Every month, you start with 70% of the answer (all of your fixed expenses). The variable expenses are generally a result of flight activity. You know how many hours you’ve flown throughout the month, right? Now, should you know what you expect to see in the financial reports?
Yes! You know the fixed expenses and have a good idea what the variable expenses should be given the number of flight hours for the month.
Are you going to be precise to the penny? Probably not. But, you will have a very good idea of what the numbers should be!
Aviation Budgeting 101: Knowing What to Expect
Here’s a key point: you must have an understanding of the financial results that you’re expecting. If you don’t know what you expect, how will you determine if the report you receive from Accounting is correct or flawed?
If you don’t have an understanding of expectations, two bad things will happen: First, you won’t know if the report is right or wrong and, second, you are guaranteed to be surprised by whatever the result happens to be.
Both of those outcomes can have a very bad effect on your career as an aviation leader.
What’s an acceptable variance range (i.e., budget vs. actual)? That answer varies with each corporation.
In many mature organizations, the answer is no unapproved spending over budget. And, don’t be more than 10% under budget.
The key word here is unapproved. This means, of course, that you must anticipate deviations from budget and obtain approvals BEFORE that deviation happens.
Can You Really “Do More With Less”?
Well, congratulations, your quarterly budget review went well. You were right on plan. But, unfortunately, not every part of the company performed as well as your department did.
At the end of the budget review, you were asked to “do more with less.” Is that possible? The answer is a definite maybe.
In many industries, innovation in Operations can produce significant savings. Unfortunately, in aviation, that doesn’t generally apply.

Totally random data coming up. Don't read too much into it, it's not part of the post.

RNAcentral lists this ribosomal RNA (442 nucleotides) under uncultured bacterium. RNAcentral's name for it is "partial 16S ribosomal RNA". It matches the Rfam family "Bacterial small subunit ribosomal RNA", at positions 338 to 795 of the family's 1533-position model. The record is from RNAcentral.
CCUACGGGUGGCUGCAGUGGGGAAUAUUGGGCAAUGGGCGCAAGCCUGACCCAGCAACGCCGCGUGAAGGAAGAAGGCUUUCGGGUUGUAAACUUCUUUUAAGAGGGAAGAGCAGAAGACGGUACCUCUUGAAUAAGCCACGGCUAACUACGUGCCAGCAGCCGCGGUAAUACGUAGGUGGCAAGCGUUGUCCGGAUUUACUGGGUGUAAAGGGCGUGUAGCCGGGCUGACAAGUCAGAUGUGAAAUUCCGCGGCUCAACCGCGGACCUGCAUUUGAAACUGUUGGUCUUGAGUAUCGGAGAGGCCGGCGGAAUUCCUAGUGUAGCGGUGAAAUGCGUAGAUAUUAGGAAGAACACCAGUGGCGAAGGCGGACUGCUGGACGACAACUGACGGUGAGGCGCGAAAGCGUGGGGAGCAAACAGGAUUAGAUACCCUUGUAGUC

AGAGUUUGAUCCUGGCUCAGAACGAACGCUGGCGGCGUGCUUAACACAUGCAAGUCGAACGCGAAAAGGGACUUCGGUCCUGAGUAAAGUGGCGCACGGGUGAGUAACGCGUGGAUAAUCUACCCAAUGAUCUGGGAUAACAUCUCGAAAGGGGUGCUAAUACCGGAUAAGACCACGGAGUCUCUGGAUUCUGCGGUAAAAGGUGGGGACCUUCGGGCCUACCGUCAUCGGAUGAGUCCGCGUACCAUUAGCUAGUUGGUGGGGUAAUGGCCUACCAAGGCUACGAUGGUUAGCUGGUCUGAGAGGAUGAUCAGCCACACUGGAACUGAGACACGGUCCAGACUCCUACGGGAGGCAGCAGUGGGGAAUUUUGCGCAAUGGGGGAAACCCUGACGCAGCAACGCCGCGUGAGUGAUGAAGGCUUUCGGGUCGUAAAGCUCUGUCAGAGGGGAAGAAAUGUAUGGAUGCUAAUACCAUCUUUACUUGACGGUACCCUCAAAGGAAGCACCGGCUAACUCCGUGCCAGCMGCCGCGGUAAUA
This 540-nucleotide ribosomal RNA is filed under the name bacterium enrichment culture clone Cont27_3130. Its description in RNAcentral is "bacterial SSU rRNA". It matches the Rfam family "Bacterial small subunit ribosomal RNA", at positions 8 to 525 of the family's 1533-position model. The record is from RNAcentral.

Can you burn less fuel while flying the same number of hours at the same Mach number? No. Can you fly the aircraft with 1.8 crewmembers instead of 2? No.
How to Take Out 10%
What do you do when you are asked to take 10% out of your budget? First, start with quantifying the variable vs. fixed expenses.
As an example, if you have a $10M annual OpEx budget, a 10% reduction would be $1M. Assume that the variable portion of your budget is 30% ($3M).
Now, can you realistically reduce your variable expenses by $1M when you only have $3M to start with? The answer is probably not. That is, unless your flight hours are significantly reduced.
If you can’t find the savings in the variable cost area, take a look at your fixed expenses. You have a couple of paths to follow:
Make major structural change(s). You can modify your personnel headcount and/or the number of aircraft that you are operating.
This means making a permanent change to your fixed cost structure. However, these changes are generally very difficult to make and incur costs (severance, lease termination fees, etc.).
Make significant operational changes. You can change the way the department operates. For instance, recurrent training programs can change from six to nine months, or you can curtail the use of Supplemental Lift.
Again, these will be changes to the manner in which your department and the company (as a whole) have become accustomed to operating. These types of change are not easy!
As a business aviation leader, you are running a service business within a larger enterprise or high-net-worth family operation. That means you are responsible for overseeing the aviation organization’s finances with the same level of precision with which the aircraft are flown and maintained.
So you must not only know what your numbers are, but, more importantly, understand the financial drivers that most significantly influence fiscal results.
Remember, if you can’t keep score, you’re at risk. Make the commitment to study up on your Aviation Budgeting 101 know your numbers each and every day!
Need help with your aviation budget? Learn about our service, Budget Builder™.